When it comes to eating a heart-healthy diet, your heart is not an island. Heart-smart dietary choices all support your blood vessels to contribute to overall cardiovascular health. Here's a look at how to strengthen blood vessels naturally through food.
Why Healthy Blood Vessels Matter
Your ticker is the obvious star of the heart-health show, but it's just one part of a larger system that includes thousands of miles of blood vessels, according to the Cleveland Clinic. These lengthy pathways carry life-giving blood to and from your cells day in, day out. When vessels become damaged, clogged or blocked, this can block the flow of blood, eventually resulting in heart disease, heart attack or stroke.
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For this reason, it's critical to take good care of the interior of your blood vessels (called the endothelium) through lifestyle choices like diet. Health experts suggest choosing whole foods rich in omega-3s, nitrates, micronutrients and antioxidants to eat to support your blood vessels.
Omega-3s and Vascular Health
Omega-3 fatty acids are the polyunsaturated fats that get lots of good press for supporting heart health, and research supports those benefits. "Both randomized control trials and observational studies have shown omega-3 fatty acids positively impact cardiovascular health," says Kris Sollid, RD, senior director of nutrition communications for the International Food Information Council, based in Washington, D.C.
The power of omega-3s to improve circulation lies primarily in their anti-inflammatory action. A March 2010 PLOS Medicine review, still considered landmark research on the topic, found replacing saturated fat with polyunsaturated fats like omega-3s calms systemic inflammation, resulting in healthier, more open blood vessels. Sollid says omega-3s also have anticoagulant properties, meaning they can help blood flow smoothly without clotting.
Many people get their omega-3s through fish oil pills or other supplements, but you can get a daily dose in many whole foods, too. "ALA is the plant form of omega-3 and is found in foods like flaxseed and walnuts, as well as canola and soybean oils," says Sollid. "DHA and EPA are marine forms of omega-3. They are produced by microalgae and end up in the tissues of fish like anchovies, mackerel, salmon and sardines."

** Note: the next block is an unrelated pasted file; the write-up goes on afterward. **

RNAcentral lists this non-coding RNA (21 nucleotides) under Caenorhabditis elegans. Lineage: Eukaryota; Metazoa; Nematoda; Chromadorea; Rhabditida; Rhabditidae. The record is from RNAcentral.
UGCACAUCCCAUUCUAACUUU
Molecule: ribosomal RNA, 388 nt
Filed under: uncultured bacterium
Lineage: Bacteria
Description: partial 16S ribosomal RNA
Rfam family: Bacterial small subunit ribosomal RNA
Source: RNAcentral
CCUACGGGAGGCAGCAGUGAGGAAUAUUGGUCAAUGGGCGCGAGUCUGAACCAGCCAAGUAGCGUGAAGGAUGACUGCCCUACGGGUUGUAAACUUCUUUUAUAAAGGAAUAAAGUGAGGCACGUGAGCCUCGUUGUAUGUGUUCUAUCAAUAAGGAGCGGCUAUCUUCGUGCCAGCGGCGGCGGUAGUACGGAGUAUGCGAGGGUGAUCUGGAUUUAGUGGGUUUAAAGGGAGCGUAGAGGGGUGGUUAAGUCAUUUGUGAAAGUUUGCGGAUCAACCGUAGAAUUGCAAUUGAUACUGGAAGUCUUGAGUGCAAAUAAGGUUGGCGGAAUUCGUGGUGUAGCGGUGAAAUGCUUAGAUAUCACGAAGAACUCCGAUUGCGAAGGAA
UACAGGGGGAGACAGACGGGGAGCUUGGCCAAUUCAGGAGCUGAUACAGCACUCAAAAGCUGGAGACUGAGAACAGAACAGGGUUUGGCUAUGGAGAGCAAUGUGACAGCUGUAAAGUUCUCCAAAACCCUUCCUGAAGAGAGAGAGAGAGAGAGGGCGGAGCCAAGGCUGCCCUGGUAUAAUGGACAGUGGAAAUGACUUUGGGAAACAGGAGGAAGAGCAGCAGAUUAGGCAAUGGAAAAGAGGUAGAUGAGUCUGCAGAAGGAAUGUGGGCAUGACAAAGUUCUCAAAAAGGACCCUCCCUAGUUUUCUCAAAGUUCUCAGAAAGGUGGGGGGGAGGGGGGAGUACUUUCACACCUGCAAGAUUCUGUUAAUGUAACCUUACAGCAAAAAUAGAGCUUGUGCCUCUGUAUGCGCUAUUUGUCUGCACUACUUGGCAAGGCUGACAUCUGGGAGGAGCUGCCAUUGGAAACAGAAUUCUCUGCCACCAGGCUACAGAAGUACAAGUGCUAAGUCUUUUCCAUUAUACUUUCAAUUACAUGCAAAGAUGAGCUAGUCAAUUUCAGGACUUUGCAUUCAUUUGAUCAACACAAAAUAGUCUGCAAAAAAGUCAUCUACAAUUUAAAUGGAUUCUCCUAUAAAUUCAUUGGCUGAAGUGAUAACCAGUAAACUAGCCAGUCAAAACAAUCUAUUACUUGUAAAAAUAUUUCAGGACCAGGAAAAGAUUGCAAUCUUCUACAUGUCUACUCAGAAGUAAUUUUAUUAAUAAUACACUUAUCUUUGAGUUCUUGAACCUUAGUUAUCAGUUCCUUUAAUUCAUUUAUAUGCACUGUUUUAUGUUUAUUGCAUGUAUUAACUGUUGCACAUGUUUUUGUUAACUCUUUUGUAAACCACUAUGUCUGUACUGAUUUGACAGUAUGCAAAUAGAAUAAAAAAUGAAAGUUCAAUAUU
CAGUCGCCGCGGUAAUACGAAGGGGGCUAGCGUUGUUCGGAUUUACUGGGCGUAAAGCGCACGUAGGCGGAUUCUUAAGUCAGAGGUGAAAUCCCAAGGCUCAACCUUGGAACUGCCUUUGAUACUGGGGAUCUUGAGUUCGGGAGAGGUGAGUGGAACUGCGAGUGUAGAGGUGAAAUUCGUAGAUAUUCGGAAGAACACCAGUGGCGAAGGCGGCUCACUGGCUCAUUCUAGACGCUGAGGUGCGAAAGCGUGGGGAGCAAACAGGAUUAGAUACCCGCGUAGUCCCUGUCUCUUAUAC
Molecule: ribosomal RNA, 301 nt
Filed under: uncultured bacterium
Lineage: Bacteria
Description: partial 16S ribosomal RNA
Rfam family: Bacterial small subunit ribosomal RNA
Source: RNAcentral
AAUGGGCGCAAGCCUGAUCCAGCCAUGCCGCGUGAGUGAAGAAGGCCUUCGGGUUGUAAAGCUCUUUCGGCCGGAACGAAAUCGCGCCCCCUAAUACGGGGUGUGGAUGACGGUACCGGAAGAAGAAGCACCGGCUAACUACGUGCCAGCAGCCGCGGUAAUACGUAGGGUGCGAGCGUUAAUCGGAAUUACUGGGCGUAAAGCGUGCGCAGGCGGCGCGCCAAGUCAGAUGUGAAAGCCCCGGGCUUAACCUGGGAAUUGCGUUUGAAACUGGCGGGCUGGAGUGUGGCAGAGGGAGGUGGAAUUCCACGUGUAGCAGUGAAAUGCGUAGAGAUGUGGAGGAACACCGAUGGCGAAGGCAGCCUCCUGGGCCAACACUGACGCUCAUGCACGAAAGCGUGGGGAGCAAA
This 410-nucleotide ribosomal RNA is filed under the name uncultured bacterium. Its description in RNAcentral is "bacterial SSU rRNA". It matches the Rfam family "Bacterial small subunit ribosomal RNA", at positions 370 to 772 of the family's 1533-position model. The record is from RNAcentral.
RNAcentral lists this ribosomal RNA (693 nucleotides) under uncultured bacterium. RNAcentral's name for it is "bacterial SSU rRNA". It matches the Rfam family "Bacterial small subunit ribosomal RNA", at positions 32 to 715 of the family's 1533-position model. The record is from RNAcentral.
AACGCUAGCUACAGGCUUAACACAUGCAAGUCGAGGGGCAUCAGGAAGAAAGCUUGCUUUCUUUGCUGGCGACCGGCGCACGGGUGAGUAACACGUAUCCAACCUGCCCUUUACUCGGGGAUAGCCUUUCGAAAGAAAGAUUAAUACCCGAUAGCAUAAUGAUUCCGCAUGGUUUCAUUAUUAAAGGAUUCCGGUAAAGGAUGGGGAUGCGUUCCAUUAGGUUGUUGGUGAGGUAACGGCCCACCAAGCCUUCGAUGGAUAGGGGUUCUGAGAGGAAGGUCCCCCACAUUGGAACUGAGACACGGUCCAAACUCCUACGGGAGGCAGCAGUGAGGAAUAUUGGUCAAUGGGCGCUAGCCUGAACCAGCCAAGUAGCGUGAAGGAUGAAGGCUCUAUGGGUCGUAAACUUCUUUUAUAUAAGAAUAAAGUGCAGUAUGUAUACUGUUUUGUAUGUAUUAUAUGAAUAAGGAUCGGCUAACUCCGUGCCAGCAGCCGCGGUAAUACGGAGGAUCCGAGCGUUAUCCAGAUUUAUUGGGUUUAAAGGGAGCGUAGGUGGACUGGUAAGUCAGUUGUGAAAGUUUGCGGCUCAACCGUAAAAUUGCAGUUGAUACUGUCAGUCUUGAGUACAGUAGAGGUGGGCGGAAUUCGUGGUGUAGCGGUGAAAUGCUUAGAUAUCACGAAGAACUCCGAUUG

Nitric Oxide for Vascular Health
You may not see it on nutrition facts labels, but nitric oxide is another important contributor to restoring arterial elasticity. Nitric oxide is a vasodilator, according to the Mayo Clinic, meaning it helps blood vessels relax and widen to allow better blood flow.
Increasing the amount of nitric oxide flowing in your veins starts with eating nitrates, found in a surprising number of common foods. "Eating fruits and vegetables that are rich in nitrates contributes to nitric oxide production in our bodies," Sollid says. "Good vegetable sources include arugula, beets, bok choy, broccoli, carrots, celery, kale, lettuce, radishes, spinach and Swiss chard."
Vitamins and Minerals Help, Too
Food high in potassium — like bananas, sweet potatoes, watermelon, spinach and others — also support healthy blood vessels. "Potassium can help lower blood pressure, especially if you have high blood pressure," Sollid says. When blood pressure stays within normal range, it places less burden on your arteries and veins.
Foods high in folic acid and other B vitamins break down homocysteine, an amino acid that can damage the endothelium, so stock up on B-vitamin-rich citrus fruits, beans and leafy greens, according to Harvard Health Publishing.
Antioxidant compounds in foods can also help keep blood vessels clean and clear. A small August 2017 study in the Anatolian Journal of Cardiology showed antioxidants in garlic improved endothelial function better than a placebo, while a small July 2013 study in the Journal of the American College of Nutrition found a flavonoid in onions improved blood vessel dysfunction.
- Kris Sollid, RD, senior director, nutrition communications, International Food Information Council, Washington, D.C.
- PLOS Medicine: “Effects on Coronary Heart Disease of Increasing Polyunsaturated Fat in Place of Saturated Fat: A Systematic Review and Meta-Analysis of Randomized Controlled Trials”
- Harvard Medical School: “Folic Acid, a B Vitamin, Lowers Stroke Risk in People With High Blood Pressure”
- Anatolian Journal of Cardiology: “Effects of Garlic on Brachial Endothelial Function and Capacity of Plasma To Mediate Cholesterol Efflux in Patients With Coronary Artery Disease”
- Journal of the American College of Nutrition: “Chronic Intake of Onion Extract Containing Quercetin Improved Postprandial Endothelial Dysfunction in Healthy Men”
- Cleveland Clinic: "How Does Blood Flow Through Your Body"
- Mayo Clinic: "Nitric Oxide (Inhalation Route)"
Is this an emergency? If you are experiencing serious medical symptoms, please see the National Library of Medicine’s list of signs you need emergency medical attention or call 911.